I have my eyes checked every six months for a number of reasons, but primarily a plumbing-related glaucoma risk: the drainage angles away from my irises are too narrow, which could cause my ocular pressure to shoot up unexpectedly, in turn damaging my optic nerve. Which would be no bueno. To address the problem, a few years ago I had a procedure called an iridotomy in my left eye. The ophthalmologist lasers a pinprick hole in your iris, preventing ocular pressure from skyrocketing. It’s the same principle as the steam vent on a pressure cooker. The eye surgeon who performed my iridotomy, which is a simple five-minute, in-office procedure, told me the only side effect might be some glare, but that only occurs in fewer than 3% of cases. So no worries.
Except who gets glare? Moi, of course. Little firework-like flashes of white light erupted in the lower left corner of my field of vision, probably 20 times a day, at first. The great thing about glare is that because so much of our sight is determined by how our brains interpret incoming stimulus, my brain has been able to map around the iridotomy site so that I no longer notice any flairs, although the stimulus is still there. Over a period of probably eighteen months, my brain made adjustments for all the angles and conditions in which light hits the pinprick in my iris the wrong way. And now I almost never notice it. Only if I’m in a new situation that my brain hasn’t mapped before will I actually see the glare, when the sunlight hits a puddle at a particular angle and the light bounces up to my eye a certain way, for example. Then I’ll get a little flash. But the next time I’m exposed to a similar stimulus, I won’t “see” it, or at least, I won’t notice it as much. Isn’t that absolutely wild? I suppose this happens to us all the time, when we build up tolerance to an allergen, or as in my case, our brain comes up with neuromuscular work-arounds for an injury. I find this metaphorical dimension of perceiving—where the interpretation of what we see is as important as the physical act of vision—to be awesome in the fullest sense of the word: amazing, mysterious, cosmic, and embodied, all at once.
It’s on my mind because I saw my ophthalmologist this morning. Her name is Holly, too. We laugh that when you meet another Holly, you always know her relative age, because our name was in vogue in the 1950’s and 1960’s, but not since. Because I see her every year (I alternate between her and my glaucoma specialist), we have an easy familiarity with each other. She has two boys the same age as two of my kids. One of them is severely autistic and will always live at home with her and her husband. She loves this son dearly, ferociously even, and he is a burden. Usually we talk about him, but this morning, Holly was nursing a bad cold and had barely any voice. On Monday she had a fever and cancelled all her appointments, throwing her schedule into chaos and setting her back weeks. I hadn’t ever given much thought to the pressure on physicians never to miss work. Ironic, right?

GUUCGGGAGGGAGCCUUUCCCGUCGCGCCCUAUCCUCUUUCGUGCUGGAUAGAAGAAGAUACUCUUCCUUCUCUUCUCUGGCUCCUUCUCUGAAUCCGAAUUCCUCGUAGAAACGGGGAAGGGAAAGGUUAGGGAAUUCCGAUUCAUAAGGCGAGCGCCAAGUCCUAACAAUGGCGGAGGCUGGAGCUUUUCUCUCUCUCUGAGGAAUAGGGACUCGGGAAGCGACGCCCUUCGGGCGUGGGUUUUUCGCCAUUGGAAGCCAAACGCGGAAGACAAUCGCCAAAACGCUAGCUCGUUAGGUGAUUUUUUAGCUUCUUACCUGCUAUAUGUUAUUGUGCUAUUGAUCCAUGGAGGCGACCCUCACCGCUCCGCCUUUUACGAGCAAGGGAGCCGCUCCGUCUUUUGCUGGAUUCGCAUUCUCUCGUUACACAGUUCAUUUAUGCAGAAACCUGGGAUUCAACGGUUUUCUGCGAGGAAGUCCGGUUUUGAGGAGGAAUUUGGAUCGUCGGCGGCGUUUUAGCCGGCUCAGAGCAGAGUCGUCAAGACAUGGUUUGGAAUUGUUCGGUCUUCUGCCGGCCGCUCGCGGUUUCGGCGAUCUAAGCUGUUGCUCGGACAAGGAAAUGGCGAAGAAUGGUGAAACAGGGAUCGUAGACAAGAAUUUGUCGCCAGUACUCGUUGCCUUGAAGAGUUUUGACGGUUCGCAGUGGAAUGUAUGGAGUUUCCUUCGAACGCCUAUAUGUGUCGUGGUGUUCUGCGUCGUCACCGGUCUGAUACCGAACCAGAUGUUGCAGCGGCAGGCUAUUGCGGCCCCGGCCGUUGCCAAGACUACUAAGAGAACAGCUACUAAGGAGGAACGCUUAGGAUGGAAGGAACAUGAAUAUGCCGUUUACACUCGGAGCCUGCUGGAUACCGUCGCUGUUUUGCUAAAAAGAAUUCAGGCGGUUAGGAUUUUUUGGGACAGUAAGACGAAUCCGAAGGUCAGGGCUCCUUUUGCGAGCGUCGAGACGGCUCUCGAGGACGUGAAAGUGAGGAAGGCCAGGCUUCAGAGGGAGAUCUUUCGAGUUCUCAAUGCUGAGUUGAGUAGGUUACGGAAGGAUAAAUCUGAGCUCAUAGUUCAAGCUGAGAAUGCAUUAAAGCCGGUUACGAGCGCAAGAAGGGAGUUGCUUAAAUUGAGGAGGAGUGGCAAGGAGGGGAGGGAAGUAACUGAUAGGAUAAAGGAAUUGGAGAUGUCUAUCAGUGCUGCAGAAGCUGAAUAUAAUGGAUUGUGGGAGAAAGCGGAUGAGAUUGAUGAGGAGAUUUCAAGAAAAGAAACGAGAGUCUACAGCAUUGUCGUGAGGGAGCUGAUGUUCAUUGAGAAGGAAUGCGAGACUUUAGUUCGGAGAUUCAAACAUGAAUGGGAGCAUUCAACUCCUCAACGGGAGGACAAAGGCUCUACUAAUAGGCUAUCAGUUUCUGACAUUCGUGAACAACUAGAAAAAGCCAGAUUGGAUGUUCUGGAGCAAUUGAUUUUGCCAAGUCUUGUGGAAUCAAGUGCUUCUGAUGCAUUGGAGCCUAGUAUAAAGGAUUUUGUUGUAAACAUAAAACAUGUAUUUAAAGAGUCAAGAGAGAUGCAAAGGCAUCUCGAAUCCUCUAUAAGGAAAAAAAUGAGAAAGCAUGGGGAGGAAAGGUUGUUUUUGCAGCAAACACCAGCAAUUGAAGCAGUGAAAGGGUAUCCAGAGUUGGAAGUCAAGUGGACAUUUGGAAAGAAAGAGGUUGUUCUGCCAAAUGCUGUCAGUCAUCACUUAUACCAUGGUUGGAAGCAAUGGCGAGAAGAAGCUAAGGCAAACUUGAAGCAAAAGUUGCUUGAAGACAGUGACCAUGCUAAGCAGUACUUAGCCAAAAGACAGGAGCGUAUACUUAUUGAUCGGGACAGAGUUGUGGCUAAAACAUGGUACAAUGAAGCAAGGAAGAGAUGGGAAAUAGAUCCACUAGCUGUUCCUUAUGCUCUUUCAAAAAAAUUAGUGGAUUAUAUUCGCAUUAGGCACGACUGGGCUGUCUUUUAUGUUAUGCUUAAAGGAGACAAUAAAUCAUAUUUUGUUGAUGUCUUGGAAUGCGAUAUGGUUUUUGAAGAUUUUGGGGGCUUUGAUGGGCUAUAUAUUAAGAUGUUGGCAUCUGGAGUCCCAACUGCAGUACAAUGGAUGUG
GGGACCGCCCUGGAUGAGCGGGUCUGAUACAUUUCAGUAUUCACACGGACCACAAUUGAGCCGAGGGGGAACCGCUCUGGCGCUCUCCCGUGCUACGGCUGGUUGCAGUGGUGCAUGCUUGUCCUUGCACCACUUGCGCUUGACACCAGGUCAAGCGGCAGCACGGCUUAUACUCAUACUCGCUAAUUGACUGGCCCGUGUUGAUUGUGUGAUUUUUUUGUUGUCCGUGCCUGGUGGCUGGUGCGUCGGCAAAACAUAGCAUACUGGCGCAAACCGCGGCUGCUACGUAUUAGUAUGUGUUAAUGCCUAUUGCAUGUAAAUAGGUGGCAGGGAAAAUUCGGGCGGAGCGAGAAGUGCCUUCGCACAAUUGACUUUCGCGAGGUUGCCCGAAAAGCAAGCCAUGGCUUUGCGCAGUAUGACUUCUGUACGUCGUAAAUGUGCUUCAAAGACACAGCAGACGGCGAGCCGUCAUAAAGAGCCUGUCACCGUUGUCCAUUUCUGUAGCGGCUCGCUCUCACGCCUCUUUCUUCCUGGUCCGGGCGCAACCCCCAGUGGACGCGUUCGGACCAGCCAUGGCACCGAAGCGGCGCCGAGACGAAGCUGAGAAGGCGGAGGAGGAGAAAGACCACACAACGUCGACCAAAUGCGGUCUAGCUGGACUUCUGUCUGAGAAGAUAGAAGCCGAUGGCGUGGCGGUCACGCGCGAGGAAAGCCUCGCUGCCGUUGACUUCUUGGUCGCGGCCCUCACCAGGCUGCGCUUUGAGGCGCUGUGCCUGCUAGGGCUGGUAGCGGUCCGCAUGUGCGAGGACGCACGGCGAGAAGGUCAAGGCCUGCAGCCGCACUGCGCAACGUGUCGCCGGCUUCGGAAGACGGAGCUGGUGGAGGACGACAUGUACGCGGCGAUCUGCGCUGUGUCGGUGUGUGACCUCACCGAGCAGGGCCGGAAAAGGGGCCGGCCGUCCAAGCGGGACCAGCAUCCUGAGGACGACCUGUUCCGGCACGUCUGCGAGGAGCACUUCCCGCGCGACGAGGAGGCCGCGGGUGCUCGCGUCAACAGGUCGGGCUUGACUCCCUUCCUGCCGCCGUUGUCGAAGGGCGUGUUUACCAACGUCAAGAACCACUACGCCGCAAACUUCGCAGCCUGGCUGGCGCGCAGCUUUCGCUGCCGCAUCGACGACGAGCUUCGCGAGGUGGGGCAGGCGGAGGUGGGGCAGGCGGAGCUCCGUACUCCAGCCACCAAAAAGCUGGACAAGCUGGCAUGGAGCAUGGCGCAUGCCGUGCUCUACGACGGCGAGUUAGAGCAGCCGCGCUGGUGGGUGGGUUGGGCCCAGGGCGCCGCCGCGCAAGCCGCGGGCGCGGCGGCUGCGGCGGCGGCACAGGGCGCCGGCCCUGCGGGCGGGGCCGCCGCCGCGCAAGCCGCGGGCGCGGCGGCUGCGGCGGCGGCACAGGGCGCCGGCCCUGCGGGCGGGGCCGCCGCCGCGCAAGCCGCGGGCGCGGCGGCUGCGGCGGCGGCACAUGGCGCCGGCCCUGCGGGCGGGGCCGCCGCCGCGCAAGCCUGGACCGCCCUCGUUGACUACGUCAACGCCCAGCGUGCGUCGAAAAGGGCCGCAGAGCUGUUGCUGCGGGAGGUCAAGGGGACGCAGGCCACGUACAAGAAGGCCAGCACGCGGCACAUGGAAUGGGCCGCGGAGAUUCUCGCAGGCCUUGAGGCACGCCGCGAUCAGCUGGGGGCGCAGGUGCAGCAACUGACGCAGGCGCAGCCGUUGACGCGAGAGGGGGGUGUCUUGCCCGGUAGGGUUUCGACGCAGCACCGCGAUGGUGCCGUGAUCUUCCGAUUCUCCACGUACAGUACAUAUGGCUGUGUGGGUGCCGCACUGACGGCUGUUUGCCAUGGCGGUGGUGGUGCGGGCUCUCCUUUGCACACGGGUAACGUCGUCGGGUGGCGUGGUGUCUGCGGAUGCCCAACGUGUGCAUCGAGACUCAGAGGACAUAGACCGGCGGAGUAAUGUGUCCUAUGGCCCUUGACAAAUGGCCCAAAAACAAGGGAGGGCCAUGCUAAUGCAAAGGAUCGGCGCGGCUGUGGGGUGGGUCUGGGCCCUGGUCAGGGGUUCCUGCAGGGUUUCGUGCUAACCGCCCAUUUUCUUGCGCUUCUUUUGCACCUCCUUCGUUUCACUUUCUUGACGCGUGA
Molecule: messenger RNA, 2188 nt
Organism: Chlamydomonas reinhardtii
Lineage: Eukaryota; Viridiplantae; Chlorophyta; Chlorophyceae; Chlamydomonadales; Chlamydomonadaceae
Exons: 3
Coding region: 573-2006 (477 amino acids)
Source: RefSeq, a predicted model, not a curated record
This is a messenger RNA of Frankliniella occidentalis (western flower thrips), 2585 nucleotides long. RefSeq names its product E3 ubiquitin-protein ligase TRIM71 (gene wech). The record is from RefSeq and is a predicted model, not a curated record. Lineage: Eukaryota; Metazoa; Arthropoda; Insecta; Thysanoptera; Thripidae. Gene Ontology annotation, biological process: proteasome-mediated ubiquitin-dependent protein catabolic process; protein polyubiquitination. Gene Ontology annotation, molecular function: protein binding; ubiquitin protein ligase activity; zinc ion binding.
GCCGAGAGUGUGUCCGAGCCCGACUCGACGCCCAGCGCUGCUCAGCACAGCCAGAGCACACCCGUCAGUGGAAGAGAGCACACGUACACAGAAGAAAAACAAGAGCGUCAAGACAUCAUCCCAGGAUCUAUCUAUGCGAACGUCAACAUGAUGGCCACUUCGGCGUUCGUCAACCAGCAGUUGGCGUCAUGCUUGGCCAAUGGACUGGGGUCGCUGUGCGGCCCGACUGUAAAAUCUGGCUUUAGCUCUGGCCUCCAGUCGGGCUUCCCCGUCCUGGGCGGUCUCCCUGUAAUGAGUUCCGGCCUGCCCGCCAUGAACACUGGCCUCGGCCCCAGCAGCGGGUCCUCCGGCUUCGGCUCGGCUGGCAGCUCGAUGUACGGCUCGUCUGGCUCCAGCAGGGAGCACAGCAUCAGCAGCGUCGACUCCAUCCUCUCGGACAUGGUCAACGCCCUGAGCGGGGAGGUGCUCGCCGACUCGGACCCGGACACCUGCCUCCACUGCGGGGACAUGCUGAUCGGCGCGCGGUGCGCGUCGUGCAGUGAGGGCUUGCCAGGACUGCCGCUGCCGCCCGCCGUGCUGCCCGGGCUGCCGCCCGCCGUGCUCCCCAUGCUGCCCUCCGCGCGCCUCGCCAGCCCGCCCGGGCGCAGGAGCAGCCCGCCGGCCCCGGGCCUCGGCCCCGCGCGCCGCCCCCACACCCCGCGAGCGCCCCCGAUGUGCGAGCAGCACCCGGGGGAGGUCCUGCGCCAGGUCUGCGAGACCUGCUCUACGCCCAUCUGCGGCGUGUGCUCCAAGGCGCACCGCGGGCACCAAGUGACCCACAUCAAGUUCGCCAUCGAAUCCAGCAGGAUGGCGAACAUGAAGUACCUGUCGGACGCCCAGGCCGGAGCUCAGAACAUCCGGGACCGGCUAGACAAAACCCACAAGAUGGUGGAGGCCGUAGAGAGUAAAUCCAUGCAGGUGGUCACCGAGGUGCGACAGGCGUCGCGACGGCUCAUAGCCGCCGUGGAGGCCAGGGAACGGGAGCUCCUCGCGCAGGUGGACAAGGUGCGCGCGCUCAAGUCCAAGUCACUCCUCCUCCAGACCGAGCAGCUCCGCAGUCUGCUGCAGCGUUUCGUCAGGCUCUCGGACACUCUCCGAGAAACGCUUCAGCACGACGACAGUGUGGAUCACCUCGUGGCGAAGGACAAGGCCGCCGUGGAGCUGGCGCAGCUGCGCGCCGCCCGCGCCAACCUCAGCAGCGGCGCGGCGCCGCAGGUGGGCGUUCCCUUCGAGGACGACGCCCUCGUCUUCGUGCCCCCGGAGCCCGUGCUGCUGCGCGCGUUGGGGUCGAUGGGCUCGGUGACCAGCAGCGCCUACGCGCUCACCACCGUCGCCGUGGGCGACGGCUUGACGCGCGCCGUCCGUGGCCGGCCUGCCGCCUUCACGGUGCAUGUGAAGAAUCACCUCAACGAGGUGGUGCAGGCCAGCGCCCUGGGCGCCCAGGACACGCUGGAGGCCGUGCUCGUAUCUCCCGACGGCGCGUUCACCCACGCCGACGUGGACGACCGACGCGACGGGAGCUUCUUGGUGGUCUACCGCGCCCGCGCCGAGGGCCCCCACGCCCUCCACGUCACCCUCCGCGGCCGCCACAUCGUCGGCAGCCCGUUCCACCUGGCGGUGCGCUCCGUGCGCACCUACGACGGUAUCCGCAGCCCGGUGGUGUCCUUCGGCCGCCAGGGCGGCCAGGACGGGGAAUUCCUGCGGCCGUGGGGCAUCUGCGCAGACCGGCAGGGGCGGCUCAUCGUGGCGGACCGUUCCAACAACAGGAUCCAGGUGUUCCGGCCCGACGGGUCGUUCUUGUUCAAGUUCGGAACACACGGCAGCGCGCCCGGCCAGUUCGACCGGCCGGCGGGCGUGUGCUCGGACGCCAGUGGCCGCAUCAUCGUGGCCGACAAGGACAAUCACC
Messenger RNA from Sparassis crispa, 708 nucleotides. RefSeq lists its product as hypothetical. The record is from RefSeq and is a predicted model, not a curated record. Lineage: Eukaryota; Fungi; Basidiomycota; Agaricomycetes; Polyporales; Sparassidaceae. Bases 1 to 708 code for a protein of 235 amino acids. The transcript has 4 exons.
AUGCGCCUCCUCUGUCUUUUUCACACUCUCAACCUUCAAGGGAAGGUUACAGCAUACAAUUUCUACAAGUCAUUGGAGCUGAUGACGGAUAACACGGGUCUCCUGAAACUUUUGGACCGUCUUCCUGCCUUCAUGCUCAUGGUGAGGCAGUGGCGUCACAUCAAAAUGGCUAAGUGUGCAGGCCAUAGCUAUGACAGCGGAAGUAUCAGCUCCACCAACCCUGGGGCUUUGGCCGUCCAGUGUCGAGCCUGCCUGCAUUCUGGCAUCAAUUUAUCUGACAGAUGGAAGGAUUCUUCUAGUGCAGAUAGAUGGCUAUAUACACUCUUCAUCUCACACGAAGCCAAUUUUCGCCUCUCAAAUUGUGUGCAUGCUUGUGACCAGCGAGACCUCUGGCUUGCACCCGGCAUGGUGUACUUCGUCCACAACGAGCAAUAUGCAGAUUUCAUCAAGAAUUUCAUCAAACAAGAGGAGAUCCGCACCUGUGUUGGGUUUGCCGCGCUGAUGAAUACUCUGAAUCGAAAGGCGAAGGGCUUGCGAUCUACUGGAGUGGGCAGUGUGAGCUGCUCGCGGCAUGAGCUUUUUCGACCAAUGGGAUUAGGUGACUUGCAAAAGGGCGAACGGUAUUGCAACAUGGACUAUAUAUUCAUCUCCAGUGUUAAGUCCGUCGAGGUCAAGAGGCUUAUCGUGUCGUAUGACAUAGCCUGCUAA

My exam went fine, although there’s a new something on my something (an opaque spot in the trabecular meshwork? I think that’s what she said. I’ll read her notes later.) There always is, when you’re aging. We’ll keep watching it. In the meantime, she wants me to start using artificial tears, since the new condition is caused in part by dry eyes. Another irony: One of the emotional issues I have been pondering lately is my inability to cry. I can feel sadness, grief, pain. But it takes a WHOLE LOT of psychological stress or physical pain for my body to actually produce tears. I’m that well-defended.
One more funny sidebar about my vision this week is that on Monday, I drove over my month-old Warby Parker progressives, which had fallen out of my purse unnoticed onto our gravel driveway. What a pain in the arse, I thought. To replace them, I’d have to drive into Cambridge, find parking in Harvard Square, schlep to the store, wait in the line with all the millennials, and pay three hundred bucks. Yet it all went smoothly. I got a parking space on Mass Ave right outside the storefront. The showroom was deserted and three bearded sales associates in knit beanies descended on me to help. Thankfully, Warby Parker has a really generous warranty for the first year, replacing not just the lenses, but also the permanently flattened frames at no cost. Duncan, my sales rep, said they’d get the replacements to me in a week and also waved the expedited shipping fee, which was nice of him. Of course, I blanked on my upcoming eye exam when I did this, so when Holly updated my prescription this morning, I thought oy, now I have to spend the three hundred smackers again. I called Warby Parker to see if they’d already filled the re-order. I was in luck, they had not. So now I will have updated lenses, new frames and better sight. For free!
Again, the body’s metaphorical intelligence astonishes. It’s all in how you look at things.